The scene returns to Mother commenting favourably on Steed's cellar. He is told by phone that Kafka has escaped. And this is where he makes his colossal error, by assuming that by virtue of being at Department S Steed is safe: 'Good thing he happens to be in the only place where no-one can get at him'. Steed is aware that Kafka has escaped by an opera ticket for seven years before sent him. The other agents express their fear of Kafka. Tara makes the same mistake as Mother: assuming that nobody can get in because the defence system is still operational. It is clear that they have lost control of the defences and there is a traitor in the department.
Tara exerts herself to protect Steed from the enemy within the camp. It is plain that she is not an ambivalent character, her motivation is clearly to put Steed first throughout the episode, in fact she really comes into her own as a character in this episode: sometimes she can seem to be almost in Steed's shadow. The criticism of the choice of Thorson to play King - that she was too young and it placed quite a different dynamic on her relationship with STeed over that of the other Avengers girls - is to my mind true. It remains similar here, Steed is the thinker, but flawed by virtue of being injured. He also stresses to Tara that she cannot rely on the other agents to help, for the simple reason that they are all hors de combat in one way or another. Tara appeals at length to the convalescent agents to help, but none will, except, ironically, one who is very heavily bandaged and who at great cost to himself does what he can from his bed pushed over to the window of his bedroom. He actually hears Tara being refused, calls her in and offers to help although it is not clear that he would be able to do much. He is ultimately the hero by dropping a vase out of the window at the apposite moment. Steed knows that he would volunteer: Steed both values him and this shows Steed's worth in personality assessment.
It is only after this that Mother realises, while he is busy drinking, that the Department S line os out of order. He puts out a general alert for Kafka. He refers to a Colonel who again makes the same mistake of reassuring Mother by saying that the systems are all operational. This reliance of Mother on faulty evidence is in complete contrast to his usual self: in Take Me To Your Leader, he is very clear that he must be considered the prime suspect since the evidence suggests it.
Steed tries to lock away Tara to protect her from also being killed, again indicative of value and protection, and she stops him doing this by knocking him out with the champagne bottle she brought. By this 'wrong' act she makes herself available to protect Steed, turning an apparently wrong action into the right thing to do. There is a subtext here of inverting what is normally 'right', and the people who are sitting on their laurels by relying on the faulty security - Kafka actually enters the department by helicopter, against which it is totally unprotected - as being wrong and thus leaving Steed vulnerable to attack.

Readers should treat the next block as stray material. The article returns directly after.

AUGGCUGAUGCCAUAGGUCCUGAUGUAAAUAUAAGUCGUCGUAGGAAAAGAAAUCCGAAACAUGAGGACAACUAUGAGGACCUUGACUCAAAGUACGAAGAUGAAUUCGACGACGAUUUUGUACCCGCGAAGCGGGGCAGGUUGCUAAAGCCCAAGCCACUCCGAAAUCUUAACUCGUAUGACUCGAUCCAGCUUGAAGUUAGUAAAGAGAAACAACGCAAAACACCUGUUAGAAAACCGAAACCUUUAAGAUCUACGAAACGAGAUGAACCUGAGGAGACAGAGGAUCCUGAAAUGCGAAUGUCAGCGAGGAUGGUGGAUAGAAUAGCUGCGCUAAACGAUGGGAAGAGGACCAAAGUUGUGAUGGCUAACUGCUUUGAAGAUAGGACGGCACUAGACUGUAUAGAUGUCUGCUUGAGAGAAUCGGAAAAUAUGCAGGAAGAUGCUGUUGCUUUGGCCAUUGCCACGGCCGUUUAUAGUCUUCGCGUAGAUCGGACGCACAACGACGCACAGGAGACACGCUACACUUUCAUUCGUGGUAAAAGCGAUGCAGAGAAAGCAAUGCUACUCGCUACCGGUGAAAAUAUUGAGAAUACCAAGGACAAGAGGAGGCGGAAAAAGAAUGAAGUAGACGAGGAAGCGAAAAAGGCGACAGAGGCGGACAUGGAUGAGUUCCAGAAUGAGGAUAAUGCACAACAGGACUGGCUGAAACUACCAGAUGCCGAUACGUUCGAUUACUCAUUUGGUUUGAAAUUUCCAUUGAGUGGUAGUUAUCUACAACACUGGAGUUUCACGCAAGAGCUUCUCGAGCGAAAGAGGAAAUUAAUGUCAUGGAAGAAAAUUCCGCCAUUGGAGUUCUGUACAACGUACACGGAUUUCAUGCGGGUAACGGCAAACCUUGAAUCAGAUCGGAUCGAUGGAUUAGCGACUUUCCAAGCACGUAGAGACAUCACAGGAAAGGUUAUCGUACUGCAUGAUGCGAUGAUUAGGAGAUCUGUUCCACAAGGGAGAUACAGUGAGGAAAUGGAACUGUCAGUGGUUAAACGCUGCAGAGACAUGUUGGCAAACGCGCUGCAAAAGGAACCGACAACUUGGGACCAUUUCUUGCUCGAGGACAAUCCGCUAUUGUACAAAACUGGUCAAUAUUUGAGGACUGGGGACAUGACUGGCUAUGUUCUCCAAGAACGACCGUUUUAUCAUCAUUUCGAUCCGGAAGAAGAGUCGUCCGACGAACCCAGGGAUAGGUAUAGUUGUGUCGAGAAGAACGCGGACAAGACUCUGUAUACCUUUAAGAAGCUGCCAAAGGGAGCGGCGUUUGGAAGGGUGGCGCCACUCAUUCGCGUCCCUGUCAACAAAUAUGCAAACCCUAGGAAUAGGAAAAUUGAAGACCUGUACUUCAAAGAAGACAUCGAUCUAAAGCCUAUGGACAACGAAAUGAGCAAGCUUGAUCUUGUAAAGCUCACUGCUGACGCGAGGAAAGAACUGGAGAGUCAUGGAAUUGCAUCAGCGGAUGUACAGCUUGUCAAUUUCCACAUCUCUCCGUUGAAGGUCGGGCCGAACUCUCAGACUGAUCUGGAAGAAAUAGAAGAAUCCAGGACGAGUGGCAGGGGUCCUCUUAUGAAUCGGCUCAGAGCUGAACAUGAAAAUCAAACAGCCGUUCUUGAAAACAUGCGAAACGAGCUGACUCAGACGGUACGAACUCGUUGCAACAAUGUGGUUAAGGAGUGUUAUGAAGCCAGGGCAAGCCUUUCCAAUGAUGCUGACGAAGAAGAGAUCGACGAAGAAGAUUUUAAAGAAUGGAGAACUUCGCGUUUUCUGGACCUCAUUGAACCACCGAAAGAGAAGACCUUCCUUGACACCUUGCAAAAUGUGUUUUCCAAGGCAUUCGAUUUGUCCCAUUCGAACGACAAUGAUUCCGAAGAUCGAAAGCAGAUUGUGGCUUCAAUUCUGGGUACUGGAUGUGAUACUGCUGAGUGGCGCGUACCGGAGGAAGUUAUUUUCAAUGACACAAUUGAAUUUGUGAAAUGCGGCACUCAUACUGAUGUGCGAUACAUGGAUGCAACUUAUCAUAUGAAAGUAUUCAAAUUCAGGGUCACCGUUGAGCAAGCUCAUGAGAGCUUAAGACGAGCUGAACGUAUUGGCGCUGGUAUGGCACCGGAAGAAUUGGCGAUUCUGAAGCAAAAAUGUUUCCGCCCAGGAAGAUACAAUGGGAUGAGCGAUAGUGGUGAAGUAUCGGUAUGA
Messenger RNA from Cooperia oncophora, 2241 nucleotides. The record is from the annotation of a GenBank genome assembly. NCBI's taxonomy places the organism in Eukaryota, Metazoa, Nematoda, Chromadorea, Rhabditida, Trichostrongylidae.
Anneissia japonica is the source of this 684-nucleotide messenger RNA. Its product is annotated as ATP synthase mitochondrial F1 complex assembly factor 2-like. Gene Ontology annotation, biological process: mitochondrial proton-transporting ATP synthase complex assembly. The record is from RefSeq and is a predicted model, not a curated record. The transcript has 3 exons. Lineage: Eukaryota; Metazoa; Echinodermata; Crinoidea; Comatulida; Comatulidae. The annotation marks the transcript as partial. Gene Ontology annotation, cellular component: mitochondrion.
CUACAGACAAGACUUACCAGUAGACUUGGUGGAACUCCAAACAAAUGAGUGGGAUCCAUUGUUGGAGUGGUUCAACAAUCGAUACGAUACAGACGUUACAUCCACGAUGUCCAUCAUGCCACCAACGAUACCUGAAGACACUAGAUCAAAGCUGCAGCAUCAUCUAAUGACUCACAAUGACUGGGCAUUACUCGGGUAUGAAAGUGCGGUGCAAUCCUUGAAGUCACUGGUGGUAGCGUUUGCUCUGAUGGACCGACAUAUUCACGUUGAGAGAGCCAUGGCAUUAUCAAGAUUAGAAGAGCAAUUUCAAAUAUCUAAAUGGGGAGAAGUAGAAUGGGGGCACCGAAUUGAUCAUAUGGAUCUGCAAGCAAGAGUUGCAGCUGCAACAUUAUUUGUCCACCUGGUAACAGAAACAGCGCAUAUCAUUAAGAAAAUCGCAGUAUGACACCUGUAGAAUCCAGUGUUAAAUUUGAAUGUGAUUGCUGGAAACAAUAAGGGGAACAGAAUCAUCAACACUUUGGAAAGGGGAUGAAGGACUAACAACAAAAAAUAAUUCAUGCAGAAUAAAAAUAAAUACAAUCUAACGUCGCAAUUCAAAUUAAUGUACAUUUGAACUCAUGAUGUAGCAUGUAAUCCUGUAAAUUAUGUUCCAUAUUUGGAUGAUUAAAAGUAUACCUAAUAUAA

'It's only a girl': the baddies' words on seeing Tara. She is clearly the hero of this episode, and this repeats the theme of people being hoodwinked by their own assumptions. Ultimately Tara conducts the whole showdown essentially single-handed, aided only by the wounded agent distracting Kafka's henchman at the right moment, until Steed kills Kafka himself with a weapon concealed in his stick.
While on the whole the Western thing doesn't really do it for me, it is useful in this episode because of the element of ambivalence it introduces into the characters, which are actually developed by it. The relationship between Steed and Tara develops, since he develops a new level of dependence on her and she develops a well-earned sense of success. I do feel though that this development could have been done with a similar plot without the Western overtones and trimmings.
The focus on the complexity of human motivation and temporary or permanent weaknesses in people's characters may obscure the relatively simple identification of 'the enemy' in this one. The enemy is clearly the Eastern Bloc - making this very much of its Cold War era. The Establishment - although ruled by the flawed character of Mother - is stable and a rock of security. It is not, though, solely England and the English that are the goodies, demonstrated by the fact that Tara is saved from the mine field by a French agent. He refuses to help, giving as his reason that it is of no benefit to his country, but in the context of this episode that only places him in the same stable as the other enemies who won't help. The name of Kafka for the enemy places him firmly on the other side of the Iron Curtain.
But why base this episode on High Noon? Well why not! Much of the point of The Avengers is that it isn't real. There is never blood, it depicts an England that is is never quite as it was in reality, the sixties were surely not that Avengers-esque for most people. This is one of the aspects that allows the Avengers not really to scream 'dated' in the way that, say, Randall and Hopkirk does, because it set itself in a world that didn't ever really exist. And that, to me is seriously good television.